Academic journal article The Catholic Historical Review

Reluctant Dissenter: An Autobiography

Academic journal article The Catholic Historical Review

Reluctant Dissenter: An Autobiography

Article excerpt

Reluctant Dissenter.' An Autobiography. By James Patrick Shannon. (New York: The Crossroads Publishing Company. 1998. Pp. ix, 228. $19.95.)

James Patrick Shannon is a name for American church history, if only as a footnote, because he is one of a rare breed-a bishop who resigned and married. In this autobiography he tells his story, or at least part of it. True to the title, he is reluctant to tell it; in fact, the manuscript of this account was completed in 1980. He admits that rejection by two different publishers reinforced his reluctance. Both in the dedication and the preface he credits his wife, Ruth, for the encouragement needed to overcome his reluctance. The dust jacket shows him as a young priest, as a bishop, and as a husband alongside his wife.

The family background is clearly one of determination and hard work. His mother, left widowed with four children, was living in one room and working as a waitress until she owned two restaurants and a hotel. His father came from Ireland to establish a prosperous business in cattle trading. Young James was a good student and a properly devout seminarian. His observation that the orthodoxy of the seminary professors often allowed them to turn in shoddy performances because they could depend on doctrinal purity to cover their pedagogical deficiencies is a fairly common truism, but whether he realized it at the time or only after his experience at Yale he does not say.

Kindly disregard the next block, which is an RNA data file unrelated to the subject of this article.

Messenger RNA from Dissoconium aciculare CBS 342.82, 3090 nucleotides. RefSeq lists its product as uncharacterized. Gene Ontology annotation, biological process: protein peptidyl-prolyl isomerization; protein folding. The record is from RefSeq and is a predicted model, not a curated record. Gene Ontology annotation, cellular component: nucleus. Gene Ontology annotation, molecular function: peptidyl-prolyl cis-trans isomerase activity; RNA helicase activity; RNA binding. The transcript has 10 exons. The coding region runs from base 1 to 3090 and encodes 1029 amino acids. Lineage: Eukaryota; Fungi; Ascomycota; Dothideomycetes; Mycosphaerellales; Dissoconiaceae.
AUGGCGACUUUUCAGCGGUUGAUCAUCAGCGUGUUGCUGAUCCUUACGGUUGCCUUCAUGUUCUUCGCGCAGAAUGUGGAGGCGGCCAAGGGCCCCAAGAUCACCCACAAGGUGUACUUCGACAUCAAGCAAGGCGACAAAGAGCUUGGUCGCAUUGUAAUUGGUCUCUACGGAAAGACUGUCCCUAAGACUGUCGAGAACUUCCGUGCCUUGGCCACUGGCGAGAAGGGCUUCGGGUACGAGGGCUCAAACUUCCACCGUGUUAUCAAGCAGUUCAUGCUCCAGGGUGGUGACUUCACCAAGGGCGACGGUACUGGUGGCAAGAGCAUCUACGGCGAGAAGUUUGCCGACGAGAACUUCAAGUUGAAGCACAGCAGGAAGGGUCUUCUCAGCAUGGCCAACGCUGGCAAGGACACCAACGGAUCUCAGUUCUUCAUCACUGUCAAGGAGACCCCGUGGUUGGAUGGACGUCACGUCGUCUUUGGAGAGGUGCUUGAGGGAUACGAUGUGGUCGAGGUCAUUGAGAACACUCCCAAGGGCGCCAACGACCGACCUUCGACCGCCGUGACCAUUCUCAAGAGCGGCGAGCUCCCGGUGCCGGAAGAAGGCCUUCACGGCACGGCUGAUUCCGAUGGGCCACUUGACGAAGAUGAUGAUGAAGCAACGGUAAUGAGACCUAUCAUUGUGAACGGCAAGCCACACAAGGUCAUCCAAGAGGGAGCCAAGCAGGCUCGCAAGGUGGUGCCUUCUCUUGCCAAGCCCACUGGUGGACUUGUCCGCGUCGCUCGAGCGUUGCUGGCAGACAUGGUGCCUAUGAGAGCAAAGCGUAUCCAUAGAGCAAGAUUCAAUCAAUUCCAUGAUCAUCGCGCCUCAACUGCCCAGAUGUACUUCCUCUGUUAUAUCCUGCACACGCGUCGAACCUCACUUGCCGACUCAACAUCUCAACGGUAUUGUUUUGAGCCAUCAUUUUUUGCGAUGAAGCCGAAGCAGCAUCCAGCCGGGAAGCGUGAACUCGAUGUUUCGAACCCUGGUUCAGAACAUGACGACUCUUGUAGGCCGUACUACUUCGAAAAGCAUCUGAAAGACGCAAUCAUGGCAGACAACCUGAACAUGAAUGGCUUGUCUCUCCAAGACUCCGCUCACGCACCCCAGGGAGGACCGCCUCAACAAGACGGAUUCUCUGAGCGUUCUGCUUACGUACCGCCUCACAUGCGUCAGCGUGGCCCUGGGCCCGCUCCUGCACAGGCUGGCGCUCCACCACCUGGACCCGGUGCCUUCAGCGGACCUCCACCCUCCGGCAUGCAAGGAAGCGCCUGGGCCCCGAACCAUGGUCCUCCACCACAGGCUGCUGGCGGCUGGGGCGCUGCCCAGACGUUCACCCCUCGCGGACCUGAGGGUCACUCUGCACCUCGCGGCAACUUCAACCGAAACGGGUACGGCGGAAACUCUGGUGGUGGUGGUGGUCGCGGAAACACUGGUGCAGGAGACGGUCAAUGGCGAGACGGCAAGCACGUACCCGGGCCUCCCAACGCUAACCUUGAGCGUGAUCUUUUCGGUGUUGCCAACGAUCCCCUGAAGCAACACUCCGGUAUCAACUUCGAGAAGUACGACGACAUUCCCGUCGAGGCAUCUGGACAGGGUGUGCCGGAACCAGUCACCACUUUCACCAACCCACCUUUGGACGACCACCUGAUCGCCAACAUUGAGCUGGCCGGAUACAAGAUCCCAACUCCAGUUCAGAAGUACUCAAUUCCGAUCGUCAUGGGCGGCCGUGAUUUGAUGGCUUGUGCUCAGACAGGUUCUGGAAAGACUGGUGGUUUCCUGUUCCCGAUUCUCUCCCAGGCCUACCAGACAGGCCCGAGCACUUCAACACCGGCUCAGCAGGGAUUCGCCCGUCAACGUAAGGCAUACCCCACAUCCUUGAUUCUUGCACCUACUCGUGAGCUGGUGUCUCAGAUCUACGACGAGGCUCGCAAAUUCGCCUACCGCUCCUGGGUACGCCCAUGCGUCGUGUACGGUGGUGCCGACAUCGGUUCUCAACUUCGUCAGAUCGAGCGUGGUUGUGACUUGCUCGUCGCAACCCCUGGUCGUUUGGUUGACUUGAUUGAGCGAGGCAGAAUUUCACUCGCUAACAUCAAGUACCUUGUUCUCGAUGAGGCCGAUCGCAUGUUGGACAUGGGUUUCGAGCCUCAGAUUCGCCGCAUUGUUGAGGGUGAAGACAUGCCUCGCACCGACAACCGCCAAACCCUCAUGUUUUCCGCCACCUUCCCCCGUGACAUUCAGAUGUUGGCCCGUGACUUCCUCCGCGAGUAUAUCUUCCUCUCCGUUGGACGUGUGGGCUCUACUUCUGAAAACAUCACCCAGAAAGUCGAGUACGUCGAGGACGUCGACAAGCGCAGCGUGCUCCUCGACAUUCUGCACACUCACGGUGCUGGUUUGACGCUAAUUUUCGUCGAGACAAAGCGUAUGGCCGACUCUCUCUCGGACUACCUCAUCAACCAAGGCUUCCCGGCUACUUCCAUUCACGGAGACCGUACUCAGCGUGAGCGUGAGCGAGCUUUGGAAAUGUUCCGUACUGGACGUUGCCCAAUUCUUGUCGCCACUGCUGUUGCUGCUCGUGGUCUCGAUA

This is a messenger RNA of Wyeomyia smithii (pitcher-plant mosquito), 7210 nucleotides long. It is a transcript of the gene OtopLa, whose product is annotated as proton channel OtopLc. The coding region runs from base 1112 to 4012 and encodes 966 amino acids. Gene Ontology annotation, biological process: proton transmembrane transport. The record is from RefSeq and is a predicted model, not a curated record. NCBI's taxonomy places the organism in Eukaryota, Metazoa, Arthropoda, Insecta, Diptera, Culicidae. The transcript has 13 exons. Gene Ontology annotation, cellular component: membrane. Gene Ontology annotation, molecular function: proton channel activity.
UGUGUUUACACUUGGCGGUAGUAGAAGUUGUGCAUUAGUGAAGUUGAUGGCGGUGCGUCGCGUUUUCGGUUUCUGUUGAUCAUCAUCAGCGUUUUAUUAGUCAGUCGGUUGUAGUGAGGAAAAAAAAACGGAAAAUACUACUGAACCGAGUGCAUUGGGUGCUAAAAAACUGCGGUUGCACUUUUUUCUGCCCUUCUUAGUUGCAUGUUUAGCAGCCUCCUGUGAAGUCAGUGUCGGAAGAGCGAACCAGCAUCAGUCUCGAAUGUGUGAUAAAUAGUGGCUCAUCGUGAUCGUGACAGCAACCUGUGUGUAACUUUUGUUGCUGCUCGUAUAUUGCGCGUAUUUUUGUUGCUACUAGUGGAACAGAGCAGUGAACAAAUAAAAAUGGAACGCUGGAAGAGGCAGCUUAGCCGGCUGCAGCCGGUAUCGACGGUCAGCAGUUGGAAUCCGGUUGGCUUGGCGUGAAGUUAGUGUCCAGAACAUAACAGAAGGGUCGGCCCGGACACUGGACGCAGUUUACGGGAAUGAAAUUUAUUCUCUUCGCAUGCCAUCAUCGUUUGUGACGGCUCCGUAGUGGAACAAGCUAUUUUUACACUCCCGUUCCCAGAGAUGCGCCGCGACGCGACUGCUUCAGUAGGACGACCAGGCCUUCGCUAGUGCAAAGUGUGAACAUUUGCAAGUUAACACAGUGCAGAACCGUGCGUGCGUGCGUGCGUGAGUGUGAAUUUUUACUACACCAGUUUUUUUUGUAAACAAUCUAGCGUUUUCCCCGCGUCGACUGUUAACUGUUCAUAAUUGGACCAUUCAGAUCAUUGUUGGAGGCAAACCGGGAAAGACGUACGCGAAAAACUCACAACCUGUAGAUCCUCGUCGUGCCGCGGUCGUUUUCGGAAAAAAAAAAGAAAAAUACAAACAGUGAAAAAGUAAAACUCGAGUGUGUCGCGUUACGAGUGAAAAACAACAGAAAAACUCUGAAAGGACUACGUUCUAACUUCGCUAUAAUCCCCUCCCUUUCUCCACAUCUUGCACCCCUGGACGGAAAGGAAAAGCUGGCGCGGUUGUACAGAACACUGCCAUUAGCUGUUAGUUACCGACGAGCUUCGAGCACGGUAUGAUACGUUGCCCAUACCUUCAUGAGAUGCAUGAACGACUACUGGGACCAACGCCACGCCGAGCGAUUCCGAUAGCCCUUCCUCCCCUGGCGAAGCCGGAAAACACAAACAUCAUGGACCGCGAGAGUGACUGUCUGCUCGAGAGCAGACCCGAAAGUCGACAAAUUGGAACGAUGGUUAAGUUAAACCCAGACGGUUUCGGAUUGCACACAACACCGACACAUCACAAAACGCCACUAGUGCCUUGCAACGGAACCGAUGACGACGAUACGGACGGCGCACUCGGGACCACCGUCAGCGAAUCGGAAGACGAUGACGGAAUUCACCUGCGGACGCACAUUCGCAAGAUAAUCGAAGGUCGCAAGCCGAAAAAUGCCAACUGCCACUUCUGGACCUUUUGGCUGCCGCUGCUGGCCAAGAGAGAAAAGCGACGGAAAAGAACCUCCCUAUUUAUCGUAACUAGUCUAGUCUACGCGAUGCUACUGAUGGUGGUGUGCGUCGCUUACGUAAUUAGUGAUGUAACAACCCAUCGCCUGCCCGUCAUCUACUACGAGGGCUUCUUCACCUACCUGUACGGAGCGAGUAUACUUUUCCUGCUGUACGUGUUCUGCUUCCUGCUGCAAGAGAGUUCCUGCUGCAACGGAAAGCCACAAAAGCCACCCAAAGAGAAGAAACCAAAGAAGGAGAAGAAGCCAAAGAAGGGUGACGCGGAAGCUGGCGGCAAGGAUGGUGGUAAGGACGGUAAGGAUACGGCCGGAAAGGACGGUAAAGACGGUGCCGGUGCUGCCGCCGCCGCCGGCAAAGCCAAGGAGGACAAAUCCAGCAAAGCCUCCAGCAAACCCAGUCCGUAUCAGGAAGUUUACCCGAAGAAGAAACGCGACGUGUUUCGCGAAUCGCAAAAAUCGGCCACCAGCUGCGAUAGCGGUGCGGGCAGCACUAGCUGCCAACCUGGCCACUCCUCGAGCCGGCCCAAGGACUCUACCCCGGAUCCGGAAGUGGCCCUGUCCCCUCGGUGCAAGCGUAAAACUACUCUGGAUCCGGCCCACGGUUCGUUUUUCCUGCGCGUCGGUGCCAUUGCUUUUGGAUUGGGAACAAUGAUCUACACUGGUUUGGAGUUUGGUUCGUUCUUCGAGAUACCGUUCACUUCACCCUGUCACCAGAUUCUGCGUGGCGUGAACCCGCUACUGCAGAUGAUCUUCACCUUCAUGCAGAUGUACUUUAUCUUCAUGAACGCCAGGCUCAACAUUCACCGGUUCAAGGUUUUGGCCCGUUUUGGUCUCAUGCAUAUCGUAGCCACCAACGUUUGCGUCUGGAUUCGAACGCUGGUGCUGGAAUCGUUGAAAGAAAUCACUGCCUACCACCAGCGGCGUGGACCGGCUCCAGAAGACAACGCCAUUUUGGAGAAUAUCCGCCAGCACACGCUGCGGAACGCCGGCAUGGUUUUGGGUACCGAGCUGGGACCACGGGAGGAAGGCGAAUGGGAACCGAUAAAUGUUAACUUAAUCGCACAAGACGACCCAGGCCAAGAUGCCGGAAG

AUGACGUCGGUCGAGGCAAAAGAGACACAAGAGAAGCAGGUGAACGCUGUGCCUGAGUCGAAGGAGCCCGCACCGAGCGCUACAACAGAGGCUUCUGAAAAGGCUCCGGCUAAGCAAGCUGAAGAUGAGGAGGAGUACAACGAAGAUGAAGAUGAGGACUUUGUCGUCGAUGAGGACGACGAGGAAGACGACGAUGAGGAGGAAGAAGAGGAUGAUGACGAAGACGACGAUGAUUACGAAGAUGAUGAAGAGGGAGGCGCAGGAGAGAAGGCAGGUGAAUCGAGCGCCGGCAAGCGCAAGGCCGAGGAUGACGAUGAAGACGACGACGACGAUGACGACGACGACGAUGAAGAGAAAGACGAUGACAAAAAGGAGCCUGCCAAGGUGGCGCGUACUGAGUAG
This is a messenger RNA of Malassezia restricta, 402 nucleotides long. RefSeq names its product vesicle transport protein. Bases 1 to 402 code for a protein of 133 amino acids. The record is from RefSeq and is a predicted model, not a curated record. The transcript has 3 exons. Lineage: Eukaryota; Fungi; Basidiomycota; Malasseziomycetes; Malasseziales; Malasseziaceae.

He was ordained June 9,1946, for the Archdiocese of St. Paul. His early priesthood was spent at the cathedral, where he was master of ceremonies for the archbishop. He went on to teach in the seminary, get a doctorate at Yale, and become president of St. Thomas College, where he successfully raised funds for a new campus. While at this assignment the "certified confidential letter" came from the Apostolic Delegate asking him if he would accept elevation to the episcopacy. He accepted. He was made bishop March 31,1965. He now asks whether the decision to accept was a mistake. His answer:wOn what grounds? …

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